A study of radiation exposure among patients undergoing transforaminal lateral interbody fusion (TLIF) surgery presents a “starker than expected” difference in dosage between patients having intraoperative fluoroscopy-guided procedures than those aided by image-guided navigation (IGN) or robotic assistance.
The findings should raise concerns about the proportion of total radiation dose applied to surgeons and operating staff, the researchers at New York Langone Medical Center (New York, USA) say. Published in the Global Spine Journal, the retrospective study carried out by Erik Wang, Aaron J Buckland, and colleagues sought to assess patient radiation exposure and perioperative outcomes from the use of IGN and robotic assistance in one- or two-level TLIF surgeries. According to the research team, the study is the first to assess this relationship across IGN, robotic assistance, fluoroscopically-guided minimally invasive surgery (fluoro-MIS), and open TLIF.
Discussing the findings with Spinal News International, Buckland says: “We were a little surprised at just how much radiation dosage there was just from fluoroscopy. That is only to the patient, let alone what we are seeing as staff. It was a little alarming from that standpoint, especially when a lot of the surgeons doing minimally invasive surgery using fluoroscopy are younger surgeons with their whole career ahead of them, it really does start to raise some serious questions about the way you are going to practice in the next 30 years.”
Writing in the study, Wang and Buckland noted that dosimetry readings during fluoroscopically-guided spinal surgery have been shown to be 10 to 12 times greater than those in non-spine orthopaedic procedures, based on measured fluoroscopy times.
Several studies have raised concerns over radiation exposure with both robotic assistance and IGN, particularly in weighing the reduction of intraoperative radiation exposure to operative staff against potentially increased exposure to the patient. The study suggests that radiation exposure for spine surgeons using conventional fluoroscopy may approach or exceed the annual cumulative exposure acceptable for established lifetime dose equivalent limits.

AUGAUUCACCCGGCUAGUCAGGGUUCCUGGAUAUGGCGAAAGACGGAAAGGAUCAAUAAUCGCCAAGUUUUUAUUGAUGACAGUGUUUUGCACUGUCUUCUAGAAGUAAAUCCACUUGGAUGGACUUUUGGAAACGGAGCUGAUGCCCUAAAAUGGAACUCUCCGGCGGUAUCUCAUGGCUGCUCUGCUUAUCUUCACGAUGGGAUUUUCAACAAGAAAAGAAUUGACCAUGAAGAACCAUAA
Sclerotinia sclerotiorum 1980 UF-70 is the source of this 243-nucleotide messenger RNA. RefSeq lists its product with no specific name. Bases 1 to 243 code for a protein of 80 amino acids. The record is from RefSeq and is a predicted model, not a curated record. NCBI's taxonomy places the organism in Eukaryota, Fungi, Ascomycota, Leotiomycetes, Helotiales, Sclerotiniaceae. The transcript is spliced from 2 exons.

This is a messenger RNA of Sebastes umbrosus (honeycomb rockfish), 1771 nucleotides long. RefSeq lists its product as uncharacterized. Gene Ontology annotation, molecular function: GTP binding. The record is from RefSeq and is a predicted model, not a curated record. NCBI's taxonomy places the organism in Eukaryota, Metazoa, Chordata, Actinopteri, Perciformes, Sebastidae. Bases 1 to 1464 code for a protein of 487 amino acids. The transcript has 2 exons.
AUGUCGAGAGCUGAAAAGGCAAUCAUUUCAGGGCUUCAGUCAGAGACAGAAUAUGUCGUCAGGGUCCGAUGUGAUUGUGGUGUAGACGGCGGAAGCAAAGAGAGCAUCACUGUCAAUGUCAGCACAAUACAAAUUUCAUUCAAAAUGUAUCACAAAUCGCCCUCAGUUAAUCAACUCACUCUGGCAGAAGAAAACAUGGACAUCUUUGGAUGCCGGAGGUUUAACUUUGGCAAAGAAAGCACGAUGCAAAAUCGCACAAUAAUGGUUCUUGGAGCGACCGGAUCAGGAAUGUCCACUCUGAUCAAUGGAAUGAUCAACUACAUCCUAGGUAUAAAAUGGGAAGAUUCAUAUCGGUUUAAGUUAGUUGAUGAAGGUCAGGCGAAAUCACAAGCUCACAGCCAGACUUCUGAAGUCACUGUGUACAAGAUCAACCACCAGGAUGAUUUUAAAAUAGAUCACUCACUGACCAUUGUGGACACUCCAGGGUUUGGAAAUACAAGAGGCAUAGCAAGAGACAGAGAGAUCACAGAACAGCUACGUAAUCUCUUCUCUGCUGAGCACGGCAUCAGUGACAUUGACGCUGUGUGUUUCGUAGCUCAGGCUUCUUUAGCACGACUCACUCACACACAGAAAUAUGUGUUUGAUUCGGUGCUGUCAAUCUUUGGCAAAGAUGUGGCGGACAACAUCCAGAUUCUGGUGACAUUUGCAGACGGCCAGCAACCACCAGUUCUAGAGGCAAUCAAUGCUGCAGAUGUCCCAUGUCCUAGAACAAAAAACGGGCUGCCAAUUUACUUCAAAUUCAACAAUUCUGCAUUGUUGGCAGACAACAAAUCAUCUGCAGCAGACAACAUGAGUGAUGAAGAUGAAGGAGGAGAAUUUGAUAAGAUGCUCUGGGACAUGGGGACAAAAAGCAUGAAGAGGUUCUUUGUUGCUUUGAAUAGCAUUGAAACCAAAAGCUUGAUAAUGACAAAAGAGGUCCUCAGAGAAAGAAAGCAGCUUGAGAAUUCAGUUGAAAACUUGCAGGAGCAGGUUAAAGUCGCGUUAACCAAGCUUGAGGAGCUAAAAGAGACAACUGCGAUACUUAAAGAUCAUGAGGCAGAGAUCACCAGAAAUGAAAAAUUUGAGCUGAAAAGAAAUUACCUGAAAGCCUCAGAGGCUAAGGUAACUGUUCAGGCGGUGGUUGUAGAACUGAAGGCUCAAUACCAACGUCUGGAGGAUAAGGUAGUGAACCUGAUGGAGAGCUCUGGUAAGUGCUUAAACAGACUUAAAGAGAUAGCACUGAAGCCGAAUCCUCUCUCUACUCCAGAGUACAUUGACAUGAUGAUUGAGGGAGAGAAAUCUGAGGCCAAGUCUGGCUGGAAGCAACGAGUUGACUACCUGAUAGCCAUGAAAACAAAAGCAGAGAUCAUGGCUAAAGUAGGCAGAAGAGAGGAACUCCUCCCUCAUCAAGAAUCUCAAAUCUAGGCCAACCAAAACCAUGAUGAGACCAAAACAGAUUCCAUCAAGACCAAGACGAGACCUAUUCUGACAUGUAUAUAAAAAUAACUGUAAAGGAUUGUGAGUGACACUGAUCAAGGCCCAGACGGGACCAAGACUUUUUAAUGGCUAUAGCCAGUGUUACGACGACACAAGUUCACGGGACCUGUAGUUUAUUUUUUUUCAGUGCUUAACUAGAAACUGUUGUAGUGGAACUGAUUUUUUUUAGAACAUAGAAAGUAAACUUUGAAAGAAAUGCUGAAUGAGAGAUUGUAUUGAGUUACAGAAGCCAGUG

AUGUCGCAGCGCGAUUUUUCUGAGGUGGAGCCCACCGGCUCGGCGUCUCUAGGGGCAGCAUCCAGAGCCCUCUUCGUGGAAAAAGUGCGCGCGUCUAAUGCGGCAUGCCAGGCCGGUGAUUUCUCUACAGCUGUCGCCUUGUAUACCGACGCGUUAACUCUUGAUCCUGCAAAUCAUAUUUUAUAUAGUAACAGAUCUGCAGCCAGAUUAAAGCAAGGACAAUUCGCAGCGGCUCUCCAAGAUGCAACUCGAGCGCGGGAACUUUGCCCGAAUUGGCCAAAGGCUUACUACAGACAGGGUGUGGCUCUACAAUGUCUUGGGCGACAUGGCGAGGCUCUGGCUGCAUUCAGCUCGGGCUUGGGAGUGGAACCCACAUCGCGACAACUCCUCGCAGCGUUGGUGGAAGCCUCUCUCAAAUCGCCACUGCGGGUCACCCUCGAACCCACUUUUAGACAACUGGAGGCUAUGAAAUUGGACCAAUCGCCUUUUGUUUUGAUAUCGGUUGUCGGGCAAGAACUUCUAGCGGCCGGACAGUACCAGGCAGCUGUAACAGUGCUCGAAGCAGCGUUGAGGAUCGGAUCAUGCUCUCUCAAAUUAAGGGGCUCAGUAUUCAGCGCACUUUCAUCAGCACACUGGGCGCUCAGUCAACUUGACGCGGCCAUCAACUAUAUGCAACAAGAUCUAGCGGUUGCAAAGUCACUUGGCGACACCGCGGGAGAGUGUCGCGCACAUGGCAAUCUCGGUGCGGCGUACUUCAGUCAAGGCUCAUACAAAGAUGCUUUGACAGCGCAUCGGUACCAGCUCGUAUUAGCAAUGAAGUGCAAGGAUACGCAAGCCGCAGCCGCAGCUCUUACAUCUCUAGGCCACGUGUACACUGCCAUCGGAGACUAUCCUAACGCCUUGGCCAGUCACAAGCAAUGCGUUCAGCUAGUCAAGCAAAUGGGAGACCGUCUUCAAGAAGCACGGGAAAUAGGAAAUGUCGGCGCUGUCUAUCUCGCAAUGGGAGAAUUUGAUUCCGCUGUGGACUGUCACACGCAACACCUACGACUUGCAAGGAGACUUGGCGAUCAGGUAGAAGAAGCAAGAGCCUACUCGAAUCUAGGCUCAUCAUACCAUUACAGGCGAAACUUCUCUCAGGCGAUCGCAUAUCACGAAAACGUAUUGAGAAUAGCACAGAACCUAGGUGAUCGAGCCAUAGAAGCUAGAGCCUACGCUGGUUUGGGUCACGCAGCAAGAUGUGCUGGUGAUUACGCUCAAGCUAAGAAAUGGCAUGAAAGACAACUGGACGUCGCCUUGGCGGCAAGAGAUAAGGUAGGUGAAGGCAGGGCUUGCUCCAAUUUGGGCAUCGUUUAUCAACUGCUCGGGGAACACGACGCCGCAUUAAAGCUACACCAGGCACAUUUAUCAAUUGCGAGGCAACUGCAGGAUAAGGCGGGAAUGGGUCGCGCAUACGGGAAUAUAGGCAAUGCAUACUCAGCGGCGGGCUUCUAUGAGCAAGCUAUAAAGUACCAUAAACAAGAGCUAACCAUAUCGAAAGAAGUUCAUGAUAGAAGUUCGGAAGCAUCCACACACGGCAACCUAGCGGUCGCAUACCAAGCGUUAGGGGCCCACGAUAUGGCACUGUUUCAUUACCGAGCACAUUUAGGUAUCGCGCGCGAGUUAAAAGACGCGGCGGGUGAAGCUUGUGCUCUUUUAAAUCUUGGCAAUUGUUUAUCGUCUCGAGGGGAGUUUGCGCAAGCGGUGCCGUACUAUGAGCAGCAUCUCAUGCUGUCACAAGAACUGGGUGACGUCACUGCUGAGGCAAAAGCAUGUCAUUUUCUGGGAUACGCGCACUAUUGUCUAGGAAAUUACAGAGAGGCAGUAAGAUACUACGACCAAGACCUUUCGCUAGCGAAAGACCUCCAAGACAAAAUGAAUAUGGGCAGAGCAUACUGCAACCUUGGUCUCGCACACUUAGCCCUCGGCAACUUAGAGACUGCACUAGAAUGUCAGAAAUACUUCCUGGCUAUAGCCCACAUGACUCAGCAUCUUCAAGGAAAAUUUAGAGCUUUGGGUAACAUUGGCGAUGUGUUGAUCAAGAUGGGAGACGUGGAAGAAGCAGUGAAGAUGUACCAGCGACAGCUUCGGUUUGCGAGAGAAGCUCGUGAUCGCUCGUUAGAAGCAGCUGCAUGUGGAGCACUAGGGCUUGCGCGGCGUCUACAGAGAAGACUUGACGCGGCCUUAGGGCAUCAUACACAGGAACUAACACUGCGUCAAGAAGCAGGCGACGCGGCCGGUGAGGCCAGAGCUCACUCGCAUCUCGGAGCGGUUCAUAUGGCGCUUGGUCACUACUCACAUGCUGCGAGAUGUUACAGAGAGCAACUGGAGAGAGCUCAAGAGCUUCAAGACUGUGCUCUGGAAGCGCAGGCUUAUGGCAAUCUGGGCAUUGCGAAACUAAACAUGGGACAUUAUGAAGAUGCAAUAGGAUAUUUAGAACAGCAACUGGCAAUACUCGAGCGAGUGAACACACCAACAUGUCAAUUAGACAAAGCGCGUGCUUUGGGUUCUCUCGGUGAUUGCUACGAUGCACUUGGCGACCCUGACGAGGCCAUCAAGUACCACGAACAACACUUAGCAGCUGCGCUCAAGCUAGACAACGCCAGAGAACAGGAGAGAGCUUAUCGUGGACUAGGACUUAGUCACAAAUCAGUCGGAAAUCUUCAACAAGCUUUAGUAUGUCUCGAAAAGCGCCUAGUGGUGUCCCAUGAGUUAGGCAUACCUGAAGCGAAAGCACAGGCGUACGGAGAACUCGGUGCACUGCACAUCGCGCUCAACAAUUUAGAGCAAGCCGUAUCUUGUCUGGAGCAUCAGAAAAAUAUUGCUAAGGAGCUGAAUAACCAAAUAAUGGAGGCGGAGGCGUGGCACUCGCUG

In the study paper, Wang and Buckland write that as rates of lumbar spinal instrumentation and minimally invasive surgery (MIS) continue to increase, methods to improve accuracy and reduce radiation burden have also adapted.
Two-dimensional fluoroscopic navigation has been a mainstay of multiple medical disciplines since gaining popularity in the 1980s, the study team write, adding that technologies such as robotic navigational guidance and intraoperative computed tomography (CT) IGN have increasingly been used to improve the accuracy of pedicle screw positioning and patient safety. However, concern has been raised regarding the potential increased radiation dose to the patient as a result of requiring a CT scan.
Wang, Buckland and colleagues assessed the relative radiation exposure in each of the selected techniques, undertaking a retrospective review of all adult patients (≥18 years) undergoing one- or two-level TLIF at their institution between January– December 2018. Patients were grouped by type of
guidance used for pedicle screw insertion, which were: intraoperative CT IGN, robotic assistance, fluoro-MIS, and open surgery. Procedures carried out by 19 surgeons were involved in the study.
The robotic guidance system used was the ExcelsiusGPS system (Globus Medical), which was used for open and mini-open cases, as well as MIS cases in lieu of conventional fluoroscopic guidance. The IGN system was an Airo mobile intraoperative CT scanner (BrainLab) which was used for open instrumented cases.